We were alerted to a ‘rabbit play date’ that was to take place in a feed store, encouraging rabbit owners to take their rabbits along to play in grass pens. Obviously we were concerned about this, not only for the risk of RVHD2, and other diseases, but also because it would be stressful and potentially harmful to the rabbits involved. Thanks to everyone who contacted the feed merchant and shared their concerns, as the event was cancelled, and they plan to do something more welfare orientated in the near future.
Pet CV builder
We know it can be hard to find pet-friendly rental accommodation.
We hear frequently of people having to give up their much loved pets when moving into rented property. This is very distressing for owners and can also place huge burdens on animal rescues who very often have to try and accommodate pets when owners are faced with landlord ultimatums, time constraints for rehoming of their pets or the real possibility of having to give up their rental home.
The good news is things are gradually improving and one of the big reasons for this is the introduction of Pet CV’s.
A Pet CV can be a great help in providing Landlords with added information and the reassurance they need that you and your rabbits will make great tenants.
The RWAF has put together a brief thoughts list of areas for you to consider, together with an online Pet CV Builder which can either be completed online, or exported to PDF, or a download version which can be printed and completed manually.
If you rent and need help with finding somewhere that will accept your rabbits please check out our website: https://rabbitwelfare.co.uk/home-sweet-home-renting-with-your-rabbit/
Our huge thanks to our lovely volunteer Elaine Line for putting this together for us.
We had a busy month in September!
The Royal Veterinary College (RVC) study in to morbidity of rabbits generated a lot of media interest, and we were interviewed for The Sun and The Guardian, appearing in print and via their on line versions. It is always brilliant when the main stream press pick up on rabbit news items because they have such a huge reach. Thankfully, in both cases some really good messages were communicated. We hope to have further information from the study in the next issue of Rabbiting On.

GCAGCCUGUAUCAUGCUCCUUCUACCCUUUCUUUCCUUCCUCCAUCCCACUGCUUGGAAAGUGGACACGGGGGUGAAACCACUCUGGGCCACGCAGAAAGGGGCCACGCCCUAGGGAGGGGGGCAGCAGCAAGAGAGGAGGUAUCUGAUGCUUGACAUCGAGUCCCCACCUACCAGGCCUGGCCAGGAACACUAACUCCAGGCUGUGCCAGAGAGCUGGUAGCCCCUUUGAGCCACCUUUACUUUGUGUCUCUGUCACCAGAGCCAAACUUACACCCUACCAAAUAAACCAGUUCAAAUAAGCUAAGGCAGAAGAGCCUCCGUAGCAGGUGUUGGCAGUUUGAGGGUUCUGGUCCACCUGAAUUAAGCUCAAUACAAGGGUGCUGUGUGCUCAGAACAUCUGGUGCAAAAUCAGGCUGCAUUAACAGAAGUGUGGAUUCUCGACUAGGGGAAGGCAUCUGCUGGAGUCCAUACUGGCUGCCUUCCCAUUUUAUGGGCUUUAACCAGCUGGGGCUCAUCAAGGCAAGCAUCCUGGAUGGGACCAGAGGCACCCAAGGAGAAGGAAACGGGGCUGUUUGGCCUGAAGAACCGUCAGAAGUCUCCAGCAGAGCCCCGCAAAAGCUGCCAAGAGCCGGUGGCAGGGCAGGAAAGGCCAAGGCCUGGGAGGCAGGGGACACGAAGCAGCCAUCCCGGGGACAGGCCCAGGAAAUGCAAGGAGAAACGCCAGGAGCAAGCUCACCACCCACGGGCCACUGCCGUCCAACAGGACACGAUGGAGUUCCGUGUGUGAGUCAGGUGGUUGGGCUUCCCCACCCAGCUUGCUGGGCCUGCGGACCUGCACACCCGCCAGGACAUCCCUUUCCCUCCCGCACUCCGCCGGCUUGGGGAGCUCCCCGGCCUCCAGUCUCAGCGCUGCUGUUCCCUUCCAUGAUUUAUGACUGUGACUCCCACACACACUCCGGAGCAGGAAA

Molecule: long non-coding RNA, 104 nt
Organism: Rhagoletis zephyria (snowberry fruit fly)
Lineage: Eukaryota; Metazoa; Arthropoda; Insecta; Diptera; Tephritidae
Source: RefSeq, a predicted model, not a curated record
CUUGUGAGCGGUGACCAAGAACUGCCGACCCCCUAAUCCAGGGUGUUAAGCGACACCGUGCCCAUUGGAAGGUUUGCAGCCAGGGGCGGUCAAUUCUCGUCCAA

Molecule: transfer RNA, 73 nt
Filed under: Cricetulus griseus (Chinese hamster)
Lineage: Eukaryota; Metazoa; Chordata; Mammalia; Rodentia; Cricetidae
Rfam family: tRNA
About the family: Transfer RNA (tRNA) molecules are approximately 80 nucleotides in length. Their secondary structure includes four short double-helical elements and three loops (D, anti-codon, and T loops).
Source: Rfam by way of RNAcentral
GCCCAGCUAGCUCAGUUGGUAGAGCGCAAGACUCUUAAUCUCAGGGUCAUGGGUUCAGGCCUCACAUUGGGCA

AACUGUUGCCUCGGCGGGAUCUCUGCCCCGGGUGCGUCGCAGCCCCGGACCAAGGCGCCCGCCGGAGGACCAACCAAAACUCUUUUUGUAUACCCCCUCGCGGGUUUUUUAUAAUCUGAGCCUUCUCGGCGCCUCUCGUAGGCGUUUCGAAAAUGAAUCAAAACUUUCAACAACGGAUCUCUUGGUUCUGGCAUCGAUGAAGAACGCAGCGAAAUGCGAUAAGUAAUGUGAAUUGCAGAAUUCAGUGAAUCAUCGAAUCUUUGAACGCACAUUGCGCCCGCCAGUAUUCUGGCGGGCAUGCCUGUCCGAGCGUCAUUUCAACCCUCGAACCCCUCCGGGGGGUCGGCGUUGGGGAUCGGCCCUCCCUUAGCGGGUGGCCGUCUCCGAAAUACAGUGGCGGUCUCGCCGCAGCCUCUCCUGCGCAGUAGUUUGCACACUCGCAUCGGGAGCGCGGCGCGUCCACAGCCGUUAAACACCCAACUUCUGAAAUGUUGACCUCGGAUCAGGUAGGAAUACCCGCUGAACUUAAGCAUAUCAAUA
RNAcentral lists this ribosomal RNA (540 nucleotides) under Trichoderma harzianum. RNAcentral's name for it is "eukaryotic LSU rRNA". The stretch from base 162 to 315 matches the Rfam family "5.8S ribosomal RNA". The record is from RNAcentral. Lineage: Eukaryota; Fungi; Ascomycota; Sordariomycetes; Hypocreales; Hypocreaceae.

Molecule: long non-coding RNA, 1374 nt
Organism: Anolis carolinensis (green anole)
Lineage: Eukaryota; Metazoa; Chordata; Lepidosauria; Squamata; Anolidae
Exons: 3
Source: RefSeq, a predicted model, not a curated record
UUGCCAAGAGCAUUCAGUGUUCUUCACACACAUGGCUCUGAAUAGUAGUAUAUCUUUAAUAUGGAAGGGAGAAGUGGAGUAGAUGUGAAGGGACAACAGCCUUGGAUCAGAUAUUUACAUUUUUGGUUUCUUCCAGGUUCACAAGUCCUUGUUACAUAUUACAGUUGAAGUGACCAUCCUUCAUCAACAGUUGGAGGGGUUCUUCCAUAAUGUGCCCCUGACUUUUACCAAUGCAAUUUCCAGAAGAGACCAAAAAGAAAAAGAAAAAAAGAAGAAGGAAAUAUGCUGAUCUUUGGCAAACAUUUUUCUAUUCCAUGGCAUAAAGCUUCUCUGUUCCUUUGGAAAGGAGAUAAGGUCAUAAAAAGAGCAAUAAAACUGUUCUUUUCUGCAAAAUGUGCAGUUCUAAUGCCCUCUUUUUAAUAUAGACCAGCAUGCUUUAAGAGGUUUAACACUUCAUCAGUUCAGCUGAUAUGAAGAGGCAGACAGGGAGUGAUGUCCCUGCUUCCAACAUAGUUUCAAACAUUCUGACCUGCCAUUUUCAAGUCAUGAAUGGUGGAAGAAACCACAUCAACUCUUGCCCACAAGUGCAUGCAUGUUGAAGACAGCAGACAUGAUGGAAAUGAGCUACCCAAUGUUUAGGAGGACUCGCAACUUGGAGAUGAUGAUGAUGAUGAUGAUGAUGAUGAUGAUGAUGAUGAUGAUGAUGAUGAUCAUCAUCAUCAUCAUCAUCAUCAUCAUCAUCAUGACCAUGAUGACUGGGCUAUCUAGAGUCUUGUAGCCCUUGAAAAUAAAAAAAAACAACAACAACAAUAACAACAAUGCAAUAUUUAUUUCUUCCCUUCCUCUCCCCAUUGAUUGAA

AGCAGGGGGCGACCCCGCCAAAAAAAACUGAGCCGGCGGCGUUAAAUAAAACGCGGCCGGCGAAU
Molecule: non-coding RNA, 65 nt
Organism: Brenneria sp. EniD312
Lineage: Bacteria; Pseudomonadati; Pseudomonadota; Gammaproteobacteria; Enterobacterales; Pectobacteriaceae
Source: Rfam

We are using a PR company to post regular care and welfare advice and to grow our social media audiences so that we can get the messages out to as many people as possible. Please help us by sharing our messages if you can. This is a big investment for us, but we are really pleased with the results and the interactions so far, of course the cute bunny pictures are popular but so are the more hard hitting graphics that they have produced for us.
We are aware of the recall of Ranitidine. RWAF Veterinary Adviser, Richard Saunders had this to say:
“At this point it’s difficult to see exactly how long and how completely the Ranitidine recall will go on for and consist of. We obviously hope that stocks will continue to be available for our patients in both the short and long term, as it is a very useful therapeutic agent. We would suggest maintaining sensible stocks, without panic buying and stockpiling, and we will continue to monitor the situation”.
First Gold Rabbit Friendly Vet in Wales
Congratulations to Tariq at Valley Vets for being the first Gold Rabbit Friendly vet in Wales (see Round Up for more information). We now have over 160 vet practices listed on our website, and 14 of them are Gold. A general note – It is worth you checking if the veterinary practice that you use does their own out of hours or not. Generally speaking if it is a veterinary hospital the animals will stay there over night and will be monitored. However, some practices send their patients to another veterinary practice or ‘out of hours’ provider and so the practice that you usually use might not have your rabbit overnight. This means they will be monitored, but it also means they will have had a journey to the out of hours practice, so make sure you know what your veterinary practice does.
We were recently contacted by a supporter who was concerned about the welfare of a rabbit she had obtained from a breeder. Whilst we are in the process of giving advice she mentioned that she had a phone call from an RWAF representative and that we had visited the premises and everything was okay.
We wouldn’t make a phone call like this, so if you are told this please don’t take it at face value. Unless you receive an e-mail from one of our @rabbitwelfare.co.uk addresses please assume that it is not from RWAF. We are still in the process of investigating this breeder and Mark, our Welfare Officer will update us next time.
We are working on several other projects behind the scenes that we can’t wait to share with you, and hope that we can very soon. Watch this space for more information…